Click on any picture below to see a larger version

Sevilla was our favorite city to visit in Spain. For all its important monuments and fascinating history,

Sevilla is universally famous for being a joyous town. While the Sevillians are known

for their wit and sparkle, the city itself is striking for its vitality. It is the largest town

 in Southern Spain, the city of Carmen, Don Juan and Figaro. It is magical!

                   

The Cathedral of Saint Mary of the See (Spanish: Catedral de Santa Marķa de la Sede),

better known as Sevilla Cathedral, is the largest Gothic cathedral and the third-largest

church in the world, after St. Peter's Basilica in Rome, and St. Paul's Cathedral in London.

                   

The cathedral was completed in just over a century (1402-1506),

quite an achievement given its size and Gothic details.

                   

                   

In 1888 the dome collapsed, due to an earthquake, and resulted in the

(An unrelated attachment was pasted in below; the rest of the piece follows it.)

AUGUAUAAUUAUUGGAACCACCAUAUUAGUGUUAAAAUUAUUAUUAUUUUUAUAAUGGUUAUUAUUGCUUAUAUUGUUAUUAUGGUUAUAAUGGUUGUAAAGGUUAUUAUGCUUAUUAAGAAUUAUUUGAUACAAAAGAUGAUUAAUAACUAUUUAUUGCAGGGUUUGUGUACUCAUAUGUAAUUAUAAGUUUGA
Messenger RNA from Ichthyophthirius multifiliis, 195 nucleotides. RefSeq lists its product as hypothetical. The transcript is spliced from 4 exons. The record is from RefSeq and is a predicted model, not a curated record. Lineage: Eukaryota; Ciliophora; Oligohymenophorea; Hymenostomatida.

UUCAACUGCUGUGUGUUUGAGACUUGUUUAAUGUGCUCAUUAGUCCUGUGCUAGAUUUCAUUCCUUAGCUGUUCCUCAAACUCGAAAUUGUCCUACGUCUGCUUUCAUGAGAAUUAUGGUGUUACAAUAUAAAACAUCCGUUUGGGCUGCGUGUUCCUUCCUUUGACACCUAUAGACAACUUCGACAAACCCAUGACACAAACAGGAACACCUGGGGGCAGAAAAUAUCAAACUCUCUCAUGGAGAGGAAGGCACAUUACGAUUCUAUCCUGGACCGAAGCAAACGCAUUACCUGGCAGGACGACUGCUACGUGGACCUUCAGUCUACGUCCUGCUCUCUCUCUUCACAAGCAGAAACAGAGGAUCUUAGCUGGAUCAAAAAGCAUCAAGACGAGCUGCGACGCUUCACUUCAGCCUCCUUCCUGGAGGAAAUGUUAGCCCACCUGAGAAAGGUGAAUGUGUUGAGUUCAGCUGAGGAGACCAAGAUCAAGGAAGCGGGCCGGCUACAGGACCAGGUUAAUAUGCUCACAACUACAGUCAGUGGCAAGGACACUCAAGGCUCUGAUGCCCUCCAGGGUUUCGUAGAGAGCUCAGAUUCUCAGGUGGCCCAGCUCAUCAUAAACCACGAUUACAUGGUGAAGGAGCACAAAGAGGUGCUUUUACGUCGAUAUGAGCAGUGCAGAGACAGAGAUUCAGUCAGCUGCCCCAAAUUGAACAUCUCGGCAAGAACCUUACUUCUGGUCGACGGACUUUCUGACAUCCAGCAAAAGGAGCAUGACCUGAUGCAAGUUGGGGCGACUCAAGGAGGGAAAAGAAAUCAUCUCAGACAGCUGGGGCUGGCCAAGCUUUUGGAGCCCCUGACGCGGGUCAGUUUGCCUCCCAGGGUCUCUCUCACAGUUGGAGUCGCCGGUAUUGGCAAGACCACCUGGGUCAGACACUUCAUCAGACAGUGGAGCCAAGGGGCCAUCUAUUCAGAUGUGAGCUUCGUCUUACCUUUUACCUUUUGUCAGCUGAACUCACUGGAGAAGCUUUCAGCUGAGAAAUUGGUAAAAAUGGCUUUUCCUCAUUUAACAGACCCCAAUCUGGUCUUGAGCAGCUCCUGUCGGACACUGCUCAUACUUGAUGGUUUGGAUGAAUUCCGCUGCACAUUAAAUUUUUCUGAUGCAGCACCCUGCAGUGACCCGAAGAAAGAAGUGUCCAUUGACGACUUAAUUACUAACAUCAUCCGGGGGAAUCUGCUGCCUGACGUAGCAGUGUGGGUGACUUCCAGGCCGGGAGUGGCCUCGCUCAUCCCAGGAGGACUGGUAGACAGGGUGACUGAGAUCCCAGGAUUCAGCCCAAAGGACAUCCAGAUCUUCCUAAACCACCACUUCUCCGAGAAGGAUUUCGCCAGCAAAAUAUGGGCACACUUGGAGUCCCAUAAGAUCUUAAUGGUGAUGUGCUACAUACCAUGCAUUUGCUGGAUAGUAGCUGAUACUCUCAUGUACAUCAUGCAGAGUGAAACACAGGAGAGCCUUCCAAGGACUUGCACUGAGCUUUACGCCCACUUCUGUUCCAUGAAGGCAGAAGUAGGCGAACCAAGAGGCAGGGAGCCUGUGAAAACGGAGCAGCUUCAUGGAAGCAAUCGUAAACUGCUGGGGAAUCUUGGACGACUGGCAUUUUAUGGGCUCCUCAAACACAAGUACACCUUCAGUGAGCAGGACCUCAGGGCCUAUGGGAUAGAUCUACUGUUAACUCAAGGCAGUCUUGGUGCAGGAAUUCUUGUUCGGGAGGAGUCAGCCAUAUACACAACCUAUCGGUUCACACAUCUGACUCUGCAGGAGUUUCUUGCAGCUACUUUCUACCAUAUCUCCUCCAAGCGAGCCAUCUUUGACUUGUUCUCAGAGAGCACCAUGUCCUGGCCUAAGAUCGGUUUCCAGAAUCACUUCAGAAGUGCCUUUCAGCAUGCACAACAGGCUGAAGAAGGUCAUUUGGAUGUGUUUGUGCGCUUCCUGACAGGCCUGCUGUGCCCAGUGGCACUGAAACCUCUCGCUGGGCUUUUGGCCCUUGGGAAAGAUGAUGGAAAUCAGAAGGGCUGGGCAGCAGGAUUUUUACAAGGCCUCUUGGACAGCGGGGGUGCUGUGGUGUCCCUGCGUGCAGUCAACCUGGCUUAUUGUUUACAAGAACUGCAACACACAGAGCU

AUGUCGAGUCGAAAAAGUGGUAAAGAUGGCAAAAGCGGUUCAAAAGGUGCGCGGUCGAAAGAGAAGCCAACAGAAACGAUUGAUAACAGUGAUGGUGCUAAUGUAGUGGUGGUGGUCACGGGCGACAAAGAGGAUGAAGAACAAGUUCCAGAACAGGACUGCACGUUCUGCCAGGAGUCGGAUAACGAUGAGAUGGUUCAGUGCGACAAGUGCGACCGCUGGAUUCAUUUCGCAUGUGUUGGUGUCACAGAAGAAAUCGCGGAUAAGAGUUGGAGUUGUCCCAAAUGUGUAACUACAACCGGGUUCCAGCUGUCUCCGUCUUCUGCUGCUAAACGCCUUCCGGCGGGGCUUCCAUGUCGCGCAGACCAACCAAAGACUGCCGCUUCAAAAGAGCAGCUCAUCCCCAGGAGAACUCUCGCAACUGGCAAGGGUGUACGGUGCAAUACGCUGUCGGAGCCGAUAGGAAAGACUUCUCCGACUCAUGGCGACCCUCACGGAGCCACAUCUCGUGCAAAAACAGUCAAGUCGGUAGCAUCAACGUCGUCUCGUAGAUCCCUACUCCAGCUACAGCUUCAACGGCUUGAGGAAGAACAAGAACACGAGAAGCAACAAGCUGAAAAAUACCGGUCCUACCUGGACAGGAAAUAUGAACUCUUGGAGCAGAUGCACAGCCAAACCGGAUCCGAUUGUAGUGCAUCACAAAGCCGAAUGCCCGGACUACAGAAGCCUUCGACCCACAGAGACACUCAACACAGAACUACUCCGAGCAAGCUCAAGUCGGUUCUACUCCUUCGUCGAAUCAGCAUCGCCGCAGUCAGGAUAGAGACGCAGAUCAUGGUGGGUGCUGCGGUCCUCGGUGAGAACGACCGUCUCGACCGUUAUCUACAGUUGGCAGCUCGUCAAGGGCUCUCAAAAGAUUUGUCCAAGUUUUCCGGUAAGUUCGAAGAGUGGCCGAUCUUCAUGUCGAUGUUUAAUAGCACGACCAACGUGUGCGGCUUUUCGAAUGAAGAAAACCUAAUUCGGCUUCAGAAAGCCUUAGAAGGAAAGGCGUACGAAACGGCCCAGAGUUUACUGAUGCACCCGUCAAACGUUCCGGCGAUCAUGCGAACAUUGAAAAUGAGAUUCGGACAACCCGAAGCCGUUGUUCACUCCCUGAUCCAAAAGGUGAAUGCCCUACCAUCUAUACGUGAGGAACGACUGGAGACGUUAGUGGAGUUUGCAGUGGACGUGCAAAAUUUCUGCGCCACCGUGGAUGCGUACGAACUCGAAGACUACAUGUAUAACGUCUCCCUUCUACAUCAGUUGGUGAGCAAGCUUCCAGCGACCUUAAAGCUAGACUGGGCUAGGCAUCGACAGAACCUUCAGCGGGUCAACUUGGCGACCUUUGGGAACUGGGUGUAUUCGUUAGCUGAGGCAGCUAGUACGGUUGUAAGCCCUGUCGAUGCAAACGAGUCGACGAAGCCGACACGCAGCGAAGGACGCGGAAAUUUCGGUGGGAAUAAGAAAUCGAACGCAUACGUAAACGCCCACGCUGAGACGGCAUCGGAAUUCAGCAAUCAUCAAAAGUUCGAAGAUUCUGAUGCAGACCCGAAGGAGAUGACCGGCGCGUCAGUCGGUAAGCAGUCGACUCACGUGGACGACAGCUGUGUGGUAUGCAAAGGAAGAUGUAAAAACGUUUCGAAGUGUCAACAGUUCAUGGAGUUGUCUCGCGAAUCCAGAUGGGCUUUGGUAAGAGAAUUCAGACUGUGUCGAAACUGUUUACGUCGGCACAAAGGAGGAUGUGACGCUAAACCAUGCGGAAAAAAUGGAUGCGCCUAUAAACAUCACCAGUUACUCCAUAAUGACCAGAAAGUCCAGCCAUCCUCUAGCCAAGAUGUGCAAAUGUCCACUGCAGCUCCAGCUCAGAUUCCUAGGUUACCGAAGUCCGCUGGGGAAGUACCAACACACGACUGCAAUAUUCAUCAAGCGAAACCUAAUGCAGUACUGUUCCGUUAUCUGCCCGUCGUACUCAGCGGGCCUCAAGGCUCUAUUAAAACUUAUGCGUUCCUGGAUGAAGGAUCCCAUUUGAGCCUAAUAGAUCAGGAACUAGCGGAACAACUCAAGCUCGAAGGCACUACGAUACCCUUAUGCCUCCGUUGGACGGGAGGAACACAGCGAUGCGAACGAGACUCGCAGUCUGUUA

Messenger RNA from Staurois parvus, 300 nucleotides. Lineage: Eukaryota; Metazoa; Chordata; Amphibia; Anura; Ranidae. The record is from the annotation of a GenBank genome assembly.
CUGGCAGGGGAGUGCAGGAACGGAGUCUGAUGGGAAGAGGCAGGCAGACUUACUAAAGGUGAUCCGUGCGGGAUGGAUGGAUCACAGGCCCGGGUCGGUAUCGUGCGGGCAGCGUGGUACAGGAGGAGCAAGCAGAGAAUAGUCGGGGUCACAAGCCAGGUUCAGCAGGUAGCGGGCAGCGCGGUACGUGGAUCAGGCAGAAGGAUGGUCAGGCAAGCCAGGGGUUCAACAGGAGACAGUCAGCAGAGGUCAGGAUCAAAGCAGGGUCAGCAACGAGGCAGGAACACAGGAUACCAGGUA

destruction of "every precious object below" the dome at that time.

                   

                     

I actually have over three hundred photos of this cathedral. There are so many angles

and great viewpoints, not to mention the effects of light during the day and evening.

                   

                  

The huge interior of the cathedral, with a central nave and four side aisles, is lavishly decorated.

Gold is everywhere.   But at the same time, there is a sense of overall simplicity in decoration,

for the grand monuments are confined to the side aisles and the huge nave is left mostly empty.

                   

                   

In the center is the great box-like structure of the coro (choir),

which contains elaborate 15th-century choir stalls.

                   

                   

The Giralda in Sevilla is one of three remaining Almohad minarets in the world (the others

are in Marrakesh and Rabat, Morocco). The beautiful structure became the bell tower of

Sevilla Cathedral after the Reconquista and it dominates the city's skyline.

                   

                   

The tower's inner construction is nearly as impressive as the outer. There are no stairs.

Instead, there is a series of 35 gently inclined ramps that are wide enough to allow two

guards on horseback to pass. The long climb is rewarded with glimpses of the cathedral's

buttresses and gargoyles on the way up and a dazzling view of Seville at the top.